JEFFERSON CITY— Last year, Missouri officials pledged to go high-tech in fighting methamphetamine, but the promised real-time electronic monitoring of the drug's key ingredients isn't being funded and hasn't gotten off the ground.
"It's nowhere and dead in the water," said Mike Boeger, the interim administer of the Missouri Bureau of Narcotics and Dangerous Drugs.
Boeger, a 12-year veteran of the bureau, said it could take at least a year to start the electronic registry after it gets funded.
But "you can't do anything until you get the money," he said.
Missouri regularly is the nation's meth capital. The Missouri State Highway Patrol said the state led the country last year with 1,487 meth lab incidences. That's more than twice as many incidences as second-ranking Indiana, which had 707.
Since a 2005 law limited purchases of medicines with pseudoephedrine — a main ingredient in meth — Missouri pharmacists have kept a paper record each time someone buys cold medicines such as Sudafed and Claritin-D.
The logs slowed the number of meth labs, but they are increasing again as "smurfers," which is the street slang for those buying the ingredients, get around the limits by buying the maximum amount of the drugs at multiple stores.
The legislature and then-Gov. Matt Blunt made a big splash last year by requiring an electronic record — rather than paper records — of the people who buy pseudoephedrine-based medicines.
By connecting all the pharmacies into a single system, it's easier for police to track and harder for smurfers to exceed the limits because a store knows how much was bought elsewhere.
Only a few other states have similar systems. Supporters claimed that putting Missouri on the forefront could put a significant dent in the state's meth problem.
When he signed the provisions into law, Blunt described them as "dramatic steps." Sponsoring Sen. Norma Champion called it "landmark" legislation.
So far, it's been all rhetoric and no money.
Champion, R-Springfield, said she was counting on using a federal grant to pay for the electronic monitoring. She's now looking for new grants, ways to use Missouri's take of the federal economic stimulus money and the possibility of getting drug-makers to help foot the bill.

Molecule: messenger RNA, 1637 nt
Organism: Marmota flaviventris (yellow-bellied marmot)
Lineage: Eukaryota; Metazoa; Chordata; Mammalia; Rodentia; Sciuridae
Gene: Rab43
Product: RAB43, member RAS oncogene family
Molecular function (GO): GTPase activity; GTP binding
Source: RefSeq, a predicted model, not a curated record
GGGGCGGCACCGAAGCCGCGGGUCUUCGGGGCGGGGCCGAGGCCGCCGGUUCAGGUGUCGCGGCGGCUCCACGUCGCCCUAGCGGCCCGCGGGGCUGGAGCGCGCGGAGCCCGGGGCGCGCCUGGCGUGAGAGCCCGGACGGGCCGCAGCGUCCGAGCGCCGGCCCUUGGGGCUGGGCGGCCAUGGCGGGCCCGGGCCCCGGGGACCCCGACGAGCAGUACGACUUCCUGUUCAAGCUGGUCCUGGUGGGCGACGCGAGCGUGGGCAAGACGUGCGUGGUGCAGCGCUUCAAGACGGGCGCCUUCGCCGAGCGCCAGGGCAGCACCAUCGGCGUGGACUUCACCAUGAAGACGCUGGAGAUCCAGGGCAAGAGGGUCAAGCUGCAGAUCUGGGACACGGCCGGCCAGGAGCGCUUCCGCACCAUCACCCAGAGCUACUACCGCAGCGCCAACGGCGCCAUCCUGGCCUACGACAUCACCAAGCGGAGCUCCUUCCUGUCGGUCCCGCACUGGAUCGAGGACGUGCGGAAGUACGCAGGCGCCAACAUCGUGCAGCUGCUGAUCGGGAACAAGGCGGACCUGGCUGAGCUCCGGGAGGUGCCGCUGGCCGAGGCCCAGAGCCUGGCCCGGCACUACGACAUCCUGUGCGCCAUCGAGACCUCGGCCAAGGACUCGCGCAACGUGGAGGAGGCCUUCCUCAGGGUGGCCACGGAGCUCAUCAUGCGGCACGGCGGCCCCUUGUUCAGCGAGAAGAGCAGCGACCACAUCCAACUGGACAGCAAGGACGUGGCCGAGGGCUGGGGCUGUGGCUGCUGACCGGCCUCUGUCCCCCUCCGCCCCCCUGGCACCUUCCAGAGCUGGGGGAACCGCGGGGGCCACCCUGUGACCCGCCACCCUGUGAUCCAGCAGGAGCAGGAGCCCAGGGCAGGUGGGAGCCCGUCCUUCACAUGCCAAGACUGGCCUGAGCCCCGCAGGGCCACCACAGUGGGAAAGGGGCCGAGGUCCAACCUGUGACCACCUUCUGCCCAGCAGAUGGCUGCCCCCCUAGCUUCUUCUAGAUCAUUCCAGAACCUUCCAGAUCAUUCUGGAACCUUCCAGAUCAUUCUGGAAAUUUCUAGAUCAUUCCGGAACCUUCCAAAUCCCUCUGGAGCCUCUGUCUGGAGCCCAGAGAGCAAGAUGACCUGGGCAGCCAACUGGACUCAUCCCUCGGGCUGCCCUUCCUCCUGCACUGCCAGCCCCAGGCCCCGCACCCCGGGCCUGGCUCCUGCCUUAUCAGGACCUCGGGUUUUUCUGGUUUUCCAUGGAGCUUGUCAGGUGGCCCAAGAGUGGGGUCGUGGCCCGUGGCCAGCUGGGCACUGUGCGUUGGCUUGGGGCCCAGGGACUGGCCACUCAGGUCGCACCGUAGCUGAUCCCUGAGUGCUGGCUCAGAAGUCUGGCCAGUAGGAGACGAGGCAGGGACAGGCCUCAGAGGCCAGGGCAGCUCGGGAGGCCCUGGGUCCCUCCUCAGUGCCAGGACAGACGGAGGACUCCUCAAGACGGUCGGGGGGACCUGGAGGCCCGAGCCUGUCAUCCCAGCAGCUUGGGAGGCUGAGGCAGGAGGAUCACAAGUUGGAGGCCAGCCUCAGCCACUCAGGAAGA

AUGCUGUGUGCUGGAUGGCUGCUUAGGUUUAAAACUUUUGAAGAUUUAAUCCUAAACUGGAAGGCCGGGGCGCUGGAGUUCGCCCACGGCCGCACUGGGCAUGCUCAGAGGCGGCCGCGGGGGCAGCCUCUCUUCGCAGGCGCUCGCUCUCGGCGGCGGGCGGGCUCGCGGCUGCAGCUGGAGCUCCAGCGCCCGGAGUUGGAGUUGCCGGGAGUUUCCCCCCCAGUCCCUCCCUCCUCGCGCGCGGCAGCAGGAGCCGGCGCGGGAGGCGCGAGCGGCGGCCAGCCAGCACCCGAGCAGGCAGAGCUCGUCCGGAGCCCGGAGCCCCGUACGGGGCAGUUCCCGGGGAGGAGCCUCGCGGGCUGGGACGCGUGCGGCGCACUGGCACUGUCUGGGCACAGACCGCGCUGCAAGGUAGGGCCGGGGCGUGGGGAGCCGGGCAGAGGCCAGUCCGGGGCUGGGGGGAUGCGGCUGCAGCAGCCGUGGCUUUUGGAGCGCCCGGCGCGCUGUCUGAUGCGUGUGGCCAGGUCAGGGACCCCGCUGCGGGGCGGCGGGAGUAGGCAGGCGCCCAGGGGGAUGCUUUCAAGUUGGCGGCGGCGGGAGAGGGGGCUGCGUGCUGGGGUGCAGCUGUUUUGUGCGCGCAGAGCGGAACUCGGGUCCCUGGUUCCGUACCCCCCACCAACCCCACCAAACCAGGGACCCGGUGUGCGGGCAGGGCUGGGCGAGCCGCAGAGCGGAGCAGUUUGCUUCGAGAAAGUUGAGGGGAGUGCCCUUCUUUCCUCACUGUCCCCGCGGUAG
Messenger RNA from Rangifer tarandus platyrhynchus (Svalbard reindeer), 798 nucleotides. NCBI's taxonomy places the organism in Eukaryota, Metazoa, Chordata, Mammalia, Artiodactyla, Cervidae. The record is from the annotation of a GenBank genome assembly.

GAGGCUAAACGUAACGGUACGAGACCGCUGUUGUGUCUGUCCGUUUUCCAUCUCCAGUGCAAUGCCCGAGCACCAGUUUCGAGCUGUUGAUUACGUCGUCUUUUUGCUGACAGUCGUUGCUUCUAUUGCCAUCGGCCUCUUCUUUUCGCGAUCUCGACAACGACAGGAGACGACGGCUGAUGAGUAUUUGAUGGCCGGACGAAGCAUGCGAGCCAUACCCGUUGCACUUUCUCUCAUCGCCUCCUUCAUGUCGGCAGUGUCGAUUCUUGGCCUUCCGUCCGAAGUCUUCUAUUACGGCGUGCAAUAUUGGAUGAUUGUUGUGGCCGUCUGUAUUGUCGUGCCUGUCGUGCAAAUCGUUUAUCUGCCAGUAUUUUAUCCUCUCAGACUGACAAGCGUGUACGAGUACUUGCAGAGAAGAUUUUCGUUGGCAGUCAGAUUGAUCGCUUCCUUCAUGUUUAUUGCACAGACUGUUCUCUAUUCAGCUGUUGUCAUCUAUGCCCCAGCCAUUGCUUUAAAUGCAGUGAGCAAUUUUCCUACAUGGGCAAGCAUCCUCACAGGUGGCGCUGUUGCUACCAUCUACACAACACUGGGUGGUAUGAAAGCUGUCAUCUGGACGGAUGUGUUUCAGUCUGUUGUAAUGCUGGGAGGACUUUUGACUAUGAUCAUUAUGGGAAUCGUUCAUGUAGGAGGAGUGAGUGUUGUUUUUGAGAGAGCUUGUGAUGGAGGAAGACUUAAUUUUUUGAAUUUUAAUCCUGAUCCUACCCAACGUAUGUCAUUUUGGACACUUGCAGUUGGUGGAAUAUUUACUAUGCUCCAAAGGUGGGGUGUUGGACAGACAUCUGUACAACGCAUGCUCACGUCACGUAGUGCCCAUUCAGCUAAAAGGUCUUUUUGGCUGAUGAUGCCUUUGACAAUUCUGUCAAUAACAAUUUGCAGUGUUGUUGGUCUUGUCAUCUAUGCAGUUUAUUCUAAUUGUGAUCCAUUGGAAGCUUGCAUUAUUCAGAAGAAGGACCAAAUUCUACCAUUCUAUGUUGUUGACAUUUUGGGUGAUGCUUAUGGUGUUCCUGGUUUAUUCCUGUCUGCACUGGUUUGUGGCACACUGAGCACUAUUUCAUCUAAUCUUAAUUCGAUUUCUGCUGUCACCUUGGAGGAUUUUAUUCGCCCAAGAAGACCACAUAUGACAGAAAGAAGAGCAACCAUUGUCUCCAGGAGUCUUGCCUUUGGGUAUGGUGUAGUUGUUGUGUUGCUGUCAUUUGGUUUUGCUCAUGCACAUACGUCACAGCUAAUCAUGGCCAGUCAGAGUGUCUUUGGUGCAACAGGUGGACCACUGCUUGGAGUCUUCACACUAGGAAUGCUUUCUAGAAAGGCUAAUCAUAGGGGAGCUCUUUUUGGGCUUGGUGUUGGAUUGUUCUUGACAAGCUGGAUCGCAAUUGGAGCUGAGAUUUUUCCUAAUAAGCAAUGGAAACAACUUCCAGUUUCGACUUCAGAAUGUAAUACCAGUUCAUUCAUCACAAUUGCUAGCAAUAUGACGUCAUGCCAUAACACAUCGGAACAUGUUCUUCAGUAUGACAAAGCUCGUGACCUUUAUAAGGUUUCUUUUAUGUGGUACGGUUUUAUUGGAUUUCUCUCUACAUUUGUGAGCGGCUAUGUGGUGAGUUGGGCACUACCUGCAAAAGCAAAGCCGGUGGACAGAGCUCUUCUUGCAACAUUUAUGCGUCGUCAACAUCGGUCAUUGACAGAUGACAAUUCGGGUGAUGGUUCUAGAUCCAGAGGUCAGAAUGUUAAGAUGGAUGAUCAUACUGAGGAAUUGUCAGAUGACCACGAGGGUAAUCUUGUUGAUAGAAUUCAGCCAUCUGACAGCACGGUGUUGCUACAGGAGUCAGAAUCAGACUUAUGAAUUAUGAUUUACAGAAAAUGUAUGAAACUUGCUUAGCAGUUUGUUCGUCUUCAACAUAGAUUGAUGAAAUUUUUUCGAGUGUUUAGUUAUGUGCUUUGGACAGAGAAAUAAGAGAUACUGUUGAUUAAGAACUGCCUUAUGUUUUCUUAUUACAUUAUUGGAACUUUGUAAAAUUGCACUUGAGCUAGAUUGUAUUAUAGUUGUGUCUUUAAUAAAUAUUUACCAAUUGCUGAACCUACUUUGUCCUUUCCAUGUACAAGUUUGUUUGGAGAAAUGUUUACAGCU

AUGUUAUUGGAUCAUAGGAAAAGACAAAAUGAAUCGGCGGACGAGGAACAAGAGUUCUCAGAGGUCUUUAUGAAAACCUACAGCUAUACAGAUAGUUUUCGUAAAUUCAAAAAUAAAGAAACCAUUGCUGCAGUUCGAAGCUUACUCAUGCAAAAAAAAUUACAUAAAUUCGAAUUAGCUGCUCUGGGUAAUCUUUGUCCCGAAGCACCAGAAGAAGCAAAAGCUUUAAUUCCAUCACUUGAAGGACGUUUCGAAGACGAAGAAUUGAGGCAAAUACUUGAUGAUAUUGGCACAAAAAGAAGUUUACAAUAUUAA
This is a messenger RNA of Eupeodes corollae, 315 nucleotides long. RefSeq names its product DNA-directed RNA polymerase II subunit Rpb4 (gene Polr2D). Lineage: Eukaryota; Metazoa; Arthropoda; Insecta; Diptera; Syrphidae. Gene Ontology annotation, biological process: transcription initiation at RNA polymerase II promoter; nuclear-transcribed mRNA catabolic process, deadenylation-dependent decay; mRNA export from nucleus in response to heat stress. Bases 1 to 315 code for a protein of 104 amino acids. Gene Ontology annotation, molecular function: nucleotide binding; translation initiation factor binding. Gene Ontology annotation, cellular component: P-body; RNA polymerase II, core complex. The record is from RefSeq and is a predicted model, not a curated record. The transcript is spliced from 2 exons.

"I really hate to get things passed that we don't fund," she said. "It feels good, and everybody thinks we've taken care of it, and in some ways, it's worse than not getting it passed because people think then the thing is solved."
It could cost up to $1 million to start the electronic monitoring system and several hundred thousand dollars more per year to continue it.
Missouri's chance at getting federal money for electronic monitoring of cold medicine purchases was pinned on the less publicized but more controversial part of Champion's bill that was designed to make "doctor-shopping" more difficult.
That would have required pharmacists to record and submit a patient's name, address and birth date along with the type of drug, amount and whether it's a refill or a new prescription for every drug prescription.
The state House balked because of concerns over an overly intrusive "Big Brother" keeping track of Missourians' health records. And the prescription-tracking — along with the possibility for federal money — was dropped to get approval for cold-medicine monitoring.
Rep. Jim Guest said the federal funding source isn't worth what he called a significant intrusion into privacy rights that would have occurred by electronically tracking all prescriptions.
"There are so many threats to our privacy coming at us all the way that we need to be ever vigilant to protect our rights and freedoms," said Guest, R-King City. "Too much of our personal information is being divulged without our knowledge."
Even as Missouri's most recent meth effort has been mothballed, the legislature is considering whether to go even further. Some lawmakers want to make pseudoephedrine-based medications available only to those who have prescriptions from doctors. They contend that would be cheaper for the state than setting up increasingly sophisticated monitoring systems.
House and Senate committees this year have each considered legislation that would require a doctor's prescription to get medicines such as Sudafed. That's been done already in Oregon, and Boeger said it has all but eliminated meth labs there. The Department of Health and Senior Services hasn't taken a position on whether to support the legislation.
Champion said she wants the focus to be on getting the funding to implement the electronic monitoring system. And she's worried about forcing Missourians with runny noses and watery eyes to see their doctor before picking up a cold tablet.
"I really would like us to try this before we do overkill in not letting anyone have access to it," she said.